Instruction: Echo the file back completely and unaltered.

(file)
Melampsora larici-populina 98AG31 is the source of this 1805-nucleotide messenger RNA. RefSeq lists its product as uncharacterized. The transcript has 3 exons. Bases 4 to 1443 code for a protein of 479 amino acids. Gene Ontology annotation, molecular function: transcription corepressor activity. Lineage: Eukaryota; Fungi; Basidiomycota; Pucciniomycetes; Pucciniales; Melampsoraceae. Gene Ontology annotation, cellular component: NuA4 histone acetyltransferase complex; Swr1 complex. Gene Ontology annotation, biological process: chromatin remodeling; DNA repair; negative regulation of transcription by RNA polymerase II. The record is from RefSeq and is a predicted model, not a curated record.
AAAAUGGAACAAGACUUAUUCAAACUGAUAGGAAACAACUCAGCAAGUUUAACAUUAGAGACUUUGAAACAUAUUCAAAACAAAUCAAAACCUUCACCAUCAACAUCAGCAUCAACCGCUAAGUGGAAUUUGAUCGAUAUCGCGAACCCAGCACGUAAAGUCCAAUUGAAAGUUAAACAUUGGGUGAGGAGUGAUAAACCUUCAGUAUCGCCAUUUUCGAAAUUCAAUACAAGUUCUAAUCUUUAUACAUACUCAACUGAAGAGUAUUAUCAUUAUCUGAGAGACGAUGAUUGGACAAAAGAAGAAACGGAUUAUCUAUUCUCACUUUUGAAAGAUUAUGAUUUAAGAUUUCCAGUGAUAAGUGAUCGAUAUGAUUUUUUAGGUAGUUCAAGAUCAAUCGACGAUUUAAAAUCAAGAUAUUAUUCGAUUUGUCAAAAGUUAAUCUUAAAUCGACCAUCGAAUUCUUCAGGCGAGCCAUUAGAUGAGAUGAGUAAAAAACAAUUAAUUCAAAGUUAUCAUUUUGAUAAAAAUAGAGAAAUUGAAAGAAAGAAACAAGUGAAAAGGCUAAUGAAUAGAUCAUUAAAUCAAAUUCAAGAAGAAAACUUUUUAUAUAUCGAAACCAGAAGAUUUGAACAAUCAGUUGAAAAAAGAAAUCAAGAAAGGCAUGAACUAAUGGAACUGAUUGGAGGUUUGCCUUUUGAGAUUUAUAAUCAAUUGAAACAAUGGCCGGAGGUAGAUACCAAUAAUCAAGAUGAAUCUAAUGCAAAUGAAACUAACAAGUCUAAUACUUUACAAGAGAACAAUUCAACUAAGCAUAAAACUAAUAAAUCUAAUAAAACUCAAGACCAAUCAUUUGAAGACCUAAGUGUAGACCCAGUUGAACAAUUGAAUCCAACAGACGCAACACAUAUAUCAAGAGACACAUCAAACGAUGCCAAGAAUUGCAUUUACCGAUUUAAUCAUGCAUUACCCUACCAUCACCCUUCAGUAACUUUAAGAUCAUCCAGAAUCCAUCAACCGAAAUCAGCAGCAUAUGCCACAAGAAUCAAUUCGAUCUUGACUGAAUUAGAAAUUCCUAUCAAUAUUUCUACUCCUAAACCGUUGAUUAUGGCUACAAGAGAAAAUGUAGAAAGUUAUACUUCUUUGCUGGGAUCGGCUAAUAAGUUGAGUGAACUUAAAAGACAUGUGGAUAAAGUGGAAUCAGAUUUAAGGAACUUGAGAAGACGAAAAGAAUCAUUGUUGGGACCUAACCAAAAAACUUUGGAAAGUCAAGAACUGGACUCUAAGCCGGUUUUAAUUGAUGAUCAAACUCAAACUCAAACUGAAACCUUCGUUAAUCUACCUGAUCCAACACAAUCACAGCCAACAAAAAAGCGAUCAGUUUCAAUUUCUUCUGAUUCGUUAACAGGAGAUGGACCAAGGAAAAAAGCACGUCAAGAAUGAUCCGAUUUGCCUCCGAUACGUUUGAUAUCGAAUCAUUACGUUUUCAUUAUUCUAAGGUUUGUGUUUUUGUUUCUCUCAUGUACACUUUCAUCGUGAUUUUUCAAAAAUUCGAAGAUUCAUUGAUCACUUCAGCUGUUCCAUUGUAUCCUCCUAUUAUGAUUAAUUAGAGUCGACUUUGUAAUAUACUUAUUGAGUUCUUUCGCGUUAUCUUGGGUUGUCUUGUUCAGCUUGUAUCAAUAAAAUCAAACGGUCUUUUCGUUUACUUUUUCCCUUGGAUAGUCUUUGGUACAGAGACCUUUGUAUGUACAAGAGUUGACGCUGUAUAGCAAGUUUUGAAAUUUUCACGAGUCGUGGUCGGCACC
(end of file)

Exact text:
Melampsora larici-populina 98AG31 is the source of this 1805-nucleotide messenger RNA. RefSeq lists its product as uncharacterized. The transcript has 3 exons. Bases 4 to 1443 code for a protein of 479 amino acids. Gene Ontology annotation, molecular function: transcription corepressor activity. Lineage: Eukaryota; Fungi; Basidiomycota; Pucciniomycetes; Pucciniales; Melampsoraceae. Gene Ontology annotation, cellular component: NuA4 histone acetyltransferase complex; Swr1 complex. Gene Ontology annotation, biological process: chromatin remodeling; DNA repair; negative regulation of transcription by RNA polymerase II. The record is from RefSeq and is a predicted model, not a curated record.
AAAAUGGAACAAGACUUAUUCAAACUGAUAGGAAACAACUCAGCAAGUUUAACAUUAGAGACUUUGAAACAUAUUCAAAACAAAUCAAAACCUUCACCAUCAACAUCAGCAUCAACCGCUAAGUGGAAUUUGAUCGAUAUCGCGAACCCAGCACGUAAAGUCCAAUUGAAAGUUAAACAUUGGGUGAGGAGUGAUAAACCUUCAGUAUCGCCAUUUUCGAAAUUCAAUACAAGUUCUAAUCUUUAUACAUACUCAACUGAAGAGUAUUAUCAUUAUCUGAGAGACGAUGAUUGGACAAAAGAAGAAACGGAUUAUCUAUUCUCACUUUUGAAAGAUUAUGAUUUAAGAUUUCCAGUGAUAAGUGAUCGAUAUGAUUUUUUAGGUAGUUCAAGAUCAAUCGACGAUUUAAAAUCAAGAUAUUAUUCGAUUUGUCAAAAGUUAAUCUUAAAUCGACCAUCGAAUUCUUCAGGCGAGCCAUUAGAUGAGAUGAGUAAAAAACAAUUAAUUCAAAGUUAUCAUUUUGAUAAAAAUAGAGAAAUUGAAAGAAAGAAACAAGUGAAAAGGCUAAUGAAUAGAUCAUUAAAUCAAAUUCAAGAAGAAAACUUUUUAUAUAUCGAAACCAGAAGAUUUGAACAAUCAGUUGAAAAAAGAAAUCAAGAAAGGCAUGAACUAAUGGAACUGAUUGGAGGUUUGCCUUUUGAGAUUUAUAAUCAAUUGAAACAAUGGCCGGAGGUAGAUACCAAUAAUCAAGAUGAAUCUAAUGCAAAUGAAACUAACAAGUCUAAUACUUUACAAGAGAACAAUUCAACUAAGCAUAAAACUAAUAAAUCUAAUAAAACUCAAGACCAAUCAUUUGAAGACCUAAGUGUAGACCCAGUUGAACAAUUGAAUCCAACAGACGCAACACAUAUAUCAAGAGACACAUCAAACGAUGCCAAGAAUUGCAUUUACCGAUUUAAUCAUGCAUUACCCUACCAUCACCCUUCAGUAACUUUAAGAUCAUCCAGAAUCCAUCAACCGAAAUCAGCAGCAUAUGCCACAAGAAUCAAUUCGAUCUUGACUGAAUUAGAAAUUCCUAUCAAUAUUUCUACUCCUAAACCGUUGAUUAUGGCUACAAGAGAAAAUGUAGAAAGUUAUACUUCUUUGCUGGGAUCGGCUAAUAAGUUGAGUGAACUUAAAAGACAUGUGGAUAAAGUGGAAUCAGAUUUAAGGAACUUGAGAAGACGAAAAGAAUCAUUGUUGGGACCUAACCAAAAAACUUUGGAAAGUCAAGAACUGGACUCUAAGCCGGUUUUAAUUGAUGAUCAAACUCAAACUCAAACUGAAACCUUCGUUAAUCUACCUGAUCCAACACAAUCACAGCCAACAAAAAAGCGAUCAGUUUCAAUUUCUUCUGAUUCGUUAACAGGAGAUGGACCAAGGAAAAAAGCACGUCAAGAAUGAUCCGAUUUGCCUCCGAUACGUUUGAUAUCGAAUCAUUACGUUUUCAUUAUUCUAAGGUUUGUGUUUUUGUUUCUCUCAUGUACACUUUCAUCGUGAUUUUUCAAAAAUUCGAAGAUUCAUUGAUCACUUCAGCUGUUCCAUUGUAUCCUCCUAUUAUGAUUAAUUAGAGUCGACUUUGUAAUAUACUUAUUGAGUUCUUUCGCGUUAUCUUGGGUUGUCUUGUUCAGCUUGUAUCAAUAAAAUCAAACGGUCUUUUCGUUUACUUUUUCCCUUGGAUAGUCUUUGGUACAGAGACCUUUGUAUGUACAAGAGUUGACGCUGUAUAGCAAGUUUUGAAAUUUUCACGAGUCGUGGUCGGCACC